The preparation usually begins with reduction of an aqueous solution of a Cr(III) compound using zinc.[6] The resulting blue solution is treated with sodium acetate, which results in the rapid precipitation of chromous acetate as a bright red powder.

2 Cr3+ + Zn → 2 Cr2+ + Zn2+
2 Cr2+ + 4 OAc + 2 H2O → Cr2(OAc)4(H2O)2

The synthesis of Cr2(OAc)4(H2O)2 has been traditionally used to test the synthetic skills and patience of inorganic laboratory students in universities because the accidental introduction of a small amount of air into the apparatus is readily indicated by the discoloration of the otherwise bright red product.[7] The anhydrous form of chromium(II) acetate, and also related chromium(II) carboxylates, can be prepared from chromocene:

4 RCO2H + 2 Cr(C5H5)2 → Cr2(O2CR)4 + 4 C5H6

This method provides anhydrous derivatives in a straightforward manner.[8]

Because it is so easily prepared, Cr2(OAc)4(H2O)2 is a starting material for other, chromium(II) compounds. Also many analogues have been prepared using other carboxylic acids in place of acetate and using different bases in place of the water.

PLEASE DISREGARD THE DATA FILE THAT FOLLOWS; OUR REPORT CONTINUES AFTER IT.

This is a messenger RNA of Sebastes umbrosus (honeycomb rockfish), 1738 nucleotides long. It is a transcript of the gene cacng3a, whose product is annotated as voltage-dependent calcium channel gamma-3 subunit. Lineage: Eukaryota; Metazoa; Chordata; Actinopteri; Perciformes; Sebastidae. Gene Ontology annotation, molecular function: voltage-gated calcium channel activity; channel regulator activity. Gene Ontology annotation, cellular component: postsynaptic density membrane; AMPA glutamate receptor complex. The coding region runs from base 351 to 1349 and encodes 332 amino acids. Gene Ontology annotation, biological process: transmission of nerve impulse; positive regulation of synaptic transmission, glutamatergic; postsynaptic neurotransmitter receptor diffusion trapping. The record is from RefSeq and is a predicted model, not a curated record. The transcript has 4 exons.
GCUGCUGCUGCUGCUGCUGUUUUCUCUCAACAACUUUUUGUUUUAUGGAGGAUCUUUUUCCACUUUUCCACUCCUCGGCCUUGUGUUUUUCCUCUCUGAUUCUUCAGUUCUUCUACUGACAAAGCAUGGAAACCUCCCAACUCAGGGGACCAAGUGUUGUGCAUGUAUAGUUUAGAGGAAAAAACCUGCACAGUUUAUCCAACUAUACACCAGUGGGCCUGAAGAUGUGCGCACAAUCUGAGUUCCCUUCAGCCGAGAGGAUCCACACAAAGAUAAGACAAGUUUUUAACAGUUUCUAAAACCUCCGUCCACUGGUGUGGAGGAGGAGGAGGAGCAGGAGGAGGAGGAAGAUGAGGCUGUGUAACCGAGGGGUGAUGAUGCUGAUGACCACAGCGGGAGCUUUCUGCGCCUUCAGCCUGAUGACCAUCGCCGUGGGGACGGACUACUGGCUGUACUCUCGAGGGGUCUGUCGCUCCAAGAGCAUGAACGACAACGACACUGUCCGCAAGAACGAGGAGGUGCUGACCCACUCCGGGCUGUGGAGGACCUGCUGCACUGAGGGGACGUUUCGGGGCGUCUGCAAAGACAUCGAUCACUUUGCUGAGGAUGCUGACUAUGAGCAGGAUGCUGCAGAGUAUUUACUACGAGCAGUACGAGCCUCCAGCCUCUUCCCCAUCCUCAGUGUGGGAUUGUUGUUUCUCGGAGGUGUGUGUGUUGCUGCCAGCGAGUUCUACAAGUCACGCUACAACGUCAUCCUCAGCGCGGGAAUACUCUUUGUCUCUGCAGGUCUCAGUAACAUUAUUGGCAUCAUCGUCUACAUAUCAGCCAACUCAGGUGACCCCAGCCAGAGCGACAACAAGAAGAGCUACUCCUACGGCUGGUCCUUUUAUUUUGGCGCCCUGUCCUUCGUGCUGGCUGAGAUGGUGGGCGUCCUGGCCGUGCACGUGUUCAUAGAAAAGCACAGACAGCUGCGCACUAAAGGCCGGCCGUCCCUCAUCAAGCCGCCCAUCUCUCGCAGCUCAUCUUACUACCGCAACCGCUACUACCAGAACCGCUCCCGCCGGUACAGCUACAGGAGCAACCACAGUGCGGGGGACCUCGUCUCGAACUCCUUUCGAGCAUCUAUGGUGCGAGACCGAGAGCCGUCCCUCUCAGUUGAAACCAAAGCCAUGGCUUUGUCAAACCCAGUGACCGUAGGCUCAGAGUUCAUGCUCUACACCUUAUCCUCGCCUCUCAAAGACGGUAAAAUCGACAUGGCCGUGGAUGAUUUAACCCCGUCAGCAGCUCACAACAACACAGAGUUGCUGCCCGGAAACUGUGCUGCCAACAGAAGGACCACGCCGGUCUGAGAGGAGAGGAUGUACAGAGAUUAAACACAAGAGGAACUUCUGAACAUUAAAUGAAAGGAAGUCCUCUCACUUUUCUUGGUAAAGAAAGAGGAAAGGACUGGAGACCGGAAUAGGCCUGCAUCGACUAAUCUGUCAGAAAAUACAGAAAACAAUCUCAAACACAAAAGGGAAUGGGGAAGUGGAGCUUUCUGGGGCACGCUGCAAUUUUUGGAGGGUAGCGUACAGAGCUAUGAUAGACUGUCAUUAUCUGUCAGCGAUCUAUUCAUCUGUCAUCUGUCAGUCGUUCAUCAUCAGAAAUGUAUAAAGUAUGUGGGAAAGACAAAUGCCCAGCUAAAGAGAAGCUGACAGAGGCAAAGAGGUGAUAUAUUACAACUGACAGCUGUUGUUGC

Chromium(II) acetate has few practical applications. It has been used to dehalogenate organic compounds such as α-bromoketones and chlorohydrins.[9] The reactions appear to proceed via 1e steps, and rearrangement products are sometimes observed.

Because the compound is a good reducing agent, it will reduce the O2 found in air and can be used as an oxygen scrubber.


  1. ^ Cotton, F. A.; Walton, R. A. (1993). Multiple Bonds Between Metal Atoms. Oxford: Oxford University Press. ISBN 0-19-855649-7. 
  2. ^ Cotton, F. A.; Hillard, E.A.; Murillo, C. A.; Zhou, H.-C. (2000). "After 155 Years, A Crystalline Chromium Carboxylate with a Supershort Cr–Cr Bond". J. Am. Chem. Soc. 122 (2): 416–417. doi:10.1021/ja993755i. 
  3. ^ Péligot, E.-M. (1844). "Sur un nouvel oxide de chrome". C. R. Acad. Sci. (in French). 19: 609–618. 
  4. ^ Péligot, E.-M. (1844). "Recherches sur le chrome". Ann. Chim. Phys. (in French). 12: 527–548. 
  5. ^ Van Niekerk, J. N.; Schoening, F. R. L. (1953). "X-Ray Evidence for Metal-to-Metal Bonds in Cupric and Chromous Acetate". Nature. 171 (4340): 36–37. doi:10.1038/171036a0. 
  6. ^ Ocone, L.R.; Block, B.P. (1966). "Anhydrous Chromium(II) Acetate, Chromium(II) Acetate 1-Hydrate, and Bis(2,4-Pentanedionato)chromium(II)". Inorg. Synth. 8: 125–129. doi:10.1002/9780470132395.ch33. ISBN 978-0-470-13239-5. 
  7. ^ Jolly, W. L. (1970). The Synthesis and Characterization of Inorganic Compounds. Prentice Hall. pp. 442–445. 
  8. ^ Beneš, L.; Kalousová, J.; Votinský, J. (1985). "Reaction of Chromocene with Carboxylic Acids and Some Derivatives of Acetic Acid". J. Organomet. Chem. 290: 147–151. doi:10.1016/0022-328X(85)87428-3. 
  9. ^ Ray, T. (2004). "Chromium(II) Acetate". In Paquette, L. Encyclopedia of Reagents for Organic Synthesis. New York, NY: J. Wiley & Sons. doi:10.1002/047084289.